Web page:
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« Reply #329 on: August 24, 2012, 11:37:29 AM »

Glory to Jesus Christ! Glory to Him forever!

I beg you, for the love of our God and his teachings, for the sake of our immortal souls and the quelching of our passions to gossip, bicker, and idly talk, *please stop*!

There is absolutely nothing spiritually edifying coming out of this thread. If we take controversy and judge and gossip about it, we are no better than those secular persons who take controversies over rock stars and actors and judge and gossip about it. I humbly suggest to ALL here to think of how being anonymous on a computer makes us sin, and not feel like we are sinning...so much of what we say on forums to each other and about others are that which we would not say in person to someone.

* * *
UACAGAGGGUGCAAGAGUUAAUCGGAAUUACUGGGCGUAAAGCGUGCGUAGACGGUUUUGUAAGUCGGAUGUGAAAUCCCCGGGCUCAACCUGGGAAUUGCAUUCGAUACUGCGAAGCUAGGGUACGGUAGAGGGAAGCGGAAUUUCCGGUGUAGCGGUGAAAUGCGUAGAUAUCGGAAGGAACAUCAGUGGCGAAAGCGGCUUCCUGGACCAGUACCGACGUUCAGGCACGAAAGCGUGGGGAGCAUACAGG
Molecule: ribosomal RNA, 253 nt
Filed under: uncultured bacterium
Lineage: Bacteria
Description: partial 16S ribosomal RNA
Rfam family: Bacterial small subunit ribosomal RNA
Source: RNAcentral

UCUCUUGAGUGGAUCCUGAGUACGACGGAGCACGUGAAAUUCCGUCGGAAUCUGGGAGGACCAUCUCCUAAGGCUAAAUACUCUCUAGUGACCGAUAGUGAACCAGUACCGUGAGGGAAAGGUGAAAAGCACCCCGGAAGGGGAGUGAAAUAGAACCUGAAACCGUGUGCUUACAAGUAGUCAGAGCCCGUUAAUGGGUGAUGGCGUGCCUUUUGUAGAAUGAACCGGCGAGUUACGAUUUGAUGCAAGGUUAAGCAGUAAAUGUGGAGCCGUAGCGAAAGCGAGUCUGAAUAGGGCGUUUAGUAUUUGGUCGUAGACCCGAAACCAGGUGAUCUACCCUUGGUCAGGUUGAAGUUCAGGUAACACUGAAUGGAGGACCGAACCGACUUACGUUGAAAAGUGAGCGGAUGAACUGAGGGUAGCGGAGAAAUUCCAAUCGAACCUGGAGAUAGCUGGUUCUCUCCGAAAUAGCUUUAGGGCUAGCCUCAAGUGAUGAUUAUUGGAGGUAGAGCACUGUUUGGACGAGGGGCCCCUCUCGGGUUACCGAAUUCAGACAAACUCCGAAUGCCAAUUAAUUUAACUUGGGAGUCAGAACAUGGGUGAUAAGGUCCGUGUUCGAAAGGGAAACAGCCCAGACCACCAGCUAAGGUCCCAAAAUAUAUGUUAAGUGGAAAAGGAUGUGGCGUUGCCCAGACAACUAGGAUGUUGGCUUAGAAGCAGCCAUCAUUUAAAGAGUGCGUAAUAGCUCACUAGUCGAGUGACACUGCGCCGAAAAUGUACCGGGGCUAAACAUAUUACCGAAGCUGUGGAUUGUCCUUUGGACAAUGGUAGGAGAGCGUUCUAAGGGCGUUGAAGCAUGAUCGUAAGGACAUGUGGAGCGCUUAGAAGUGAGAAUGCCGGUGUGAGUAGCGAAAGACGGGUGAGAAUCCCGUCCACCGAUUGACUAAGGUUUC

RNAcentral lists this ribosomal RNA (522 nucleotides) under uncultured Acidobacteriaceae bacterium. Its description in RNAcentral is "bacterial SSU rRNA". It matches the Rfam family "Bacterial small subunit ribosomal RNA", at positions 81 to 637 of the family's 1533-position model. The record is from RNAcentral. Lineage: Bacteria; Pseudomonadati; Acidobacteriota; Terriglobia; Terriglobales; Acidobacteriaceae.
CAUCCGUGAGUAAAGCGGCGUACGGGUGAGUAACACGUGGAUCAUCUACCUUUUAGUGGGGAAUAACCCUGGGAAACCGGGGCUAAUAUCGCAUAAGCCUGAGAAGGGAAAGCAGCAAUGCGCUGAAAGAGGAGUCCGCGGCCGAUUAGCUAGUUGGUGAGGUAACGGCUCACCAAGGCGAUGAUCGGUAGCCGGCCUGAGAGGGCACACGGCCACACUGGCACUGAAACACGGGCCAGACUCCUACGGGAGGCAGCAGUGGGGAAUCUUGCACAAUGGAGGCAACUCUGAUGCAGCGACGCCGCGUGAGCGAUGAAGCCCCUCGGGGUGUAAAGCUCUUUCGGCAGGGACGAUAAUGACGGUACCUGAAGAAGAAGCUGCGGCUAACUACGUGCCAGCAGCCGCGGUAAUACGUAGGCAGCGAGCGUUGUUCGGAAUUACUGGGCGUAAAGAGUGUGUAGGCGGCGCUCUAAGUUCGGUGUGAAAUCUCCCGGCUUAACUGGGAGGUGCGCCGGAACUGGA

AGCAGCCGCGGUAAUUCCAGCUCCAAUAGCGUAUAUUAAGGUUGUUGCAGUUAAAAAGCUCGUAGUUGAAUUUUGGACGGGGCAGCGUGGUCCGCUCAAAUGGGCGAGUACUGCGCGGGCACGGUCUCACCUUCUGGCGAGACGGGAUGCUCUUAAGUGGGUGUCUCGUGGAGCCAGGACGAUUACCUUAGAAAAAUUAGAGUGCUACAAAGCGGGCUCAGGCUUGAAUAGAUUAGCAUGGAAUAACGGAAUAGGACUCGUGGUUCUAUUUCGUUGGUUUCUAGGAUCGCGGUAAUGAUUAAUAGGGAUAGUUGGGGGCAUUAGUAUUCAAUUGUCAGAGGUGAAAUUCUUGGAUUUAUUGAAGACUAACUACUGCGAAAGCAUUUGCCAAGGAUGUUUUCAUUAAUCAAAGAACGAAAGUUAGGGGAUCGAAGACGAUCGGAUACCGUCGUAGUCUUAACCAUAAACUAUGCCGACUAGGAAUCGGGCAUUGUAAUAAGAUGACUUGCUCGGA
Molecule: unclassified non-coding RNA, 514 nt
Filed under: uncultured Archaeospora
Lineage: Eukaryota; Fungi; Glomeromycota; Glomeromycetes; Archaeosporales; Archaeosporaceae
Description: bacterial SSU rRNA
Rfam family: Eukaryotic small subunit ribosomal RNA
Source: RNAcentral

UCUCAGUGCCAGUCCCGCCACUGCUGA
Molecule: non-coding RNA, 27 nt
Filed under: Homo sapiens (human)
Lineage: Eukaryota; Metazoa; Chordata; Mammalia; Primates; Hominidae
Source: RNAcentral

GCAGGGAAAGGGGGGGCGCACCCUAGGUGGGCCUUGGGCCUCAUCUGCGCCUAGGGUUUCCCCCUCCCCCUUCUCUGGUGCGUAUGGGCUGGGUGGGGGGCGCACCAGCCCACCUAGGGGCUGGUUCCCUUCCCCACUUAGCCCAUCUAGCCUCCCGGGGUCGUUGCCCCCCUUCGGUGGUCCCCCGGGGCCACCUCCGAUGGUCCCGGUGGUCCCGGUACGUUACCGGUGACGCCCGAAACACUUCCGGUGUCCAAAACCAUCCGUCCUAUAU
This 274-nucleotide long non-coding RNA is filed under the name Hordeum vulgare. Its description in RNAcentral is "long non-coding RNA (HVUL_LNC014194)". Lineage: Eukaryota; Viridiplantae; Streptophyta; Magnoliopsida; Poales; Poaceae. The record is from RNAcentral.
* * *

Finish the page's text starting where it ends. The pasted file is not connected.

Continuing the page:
I am so saddened, as an Orthodox Christian when I hear of scandal in our precious, holy Church--our hospital of souls! If I were to judge my church from what I see here, I would feel in despair and feel that there is no place for solace from our world of tears and pain!

Whether a scandal involves 'sexual indescretions' of a priest, the 'financial scandal' of a monastery, or 'canonical disobedience' of a monk or nun, it is a sorrowful thing --because it shows how easily we all fall into sin, it shows how easily we can become the object of disdain, it shows how easily we can fall from 'favor', it shows how easily we can be judged and or slandered.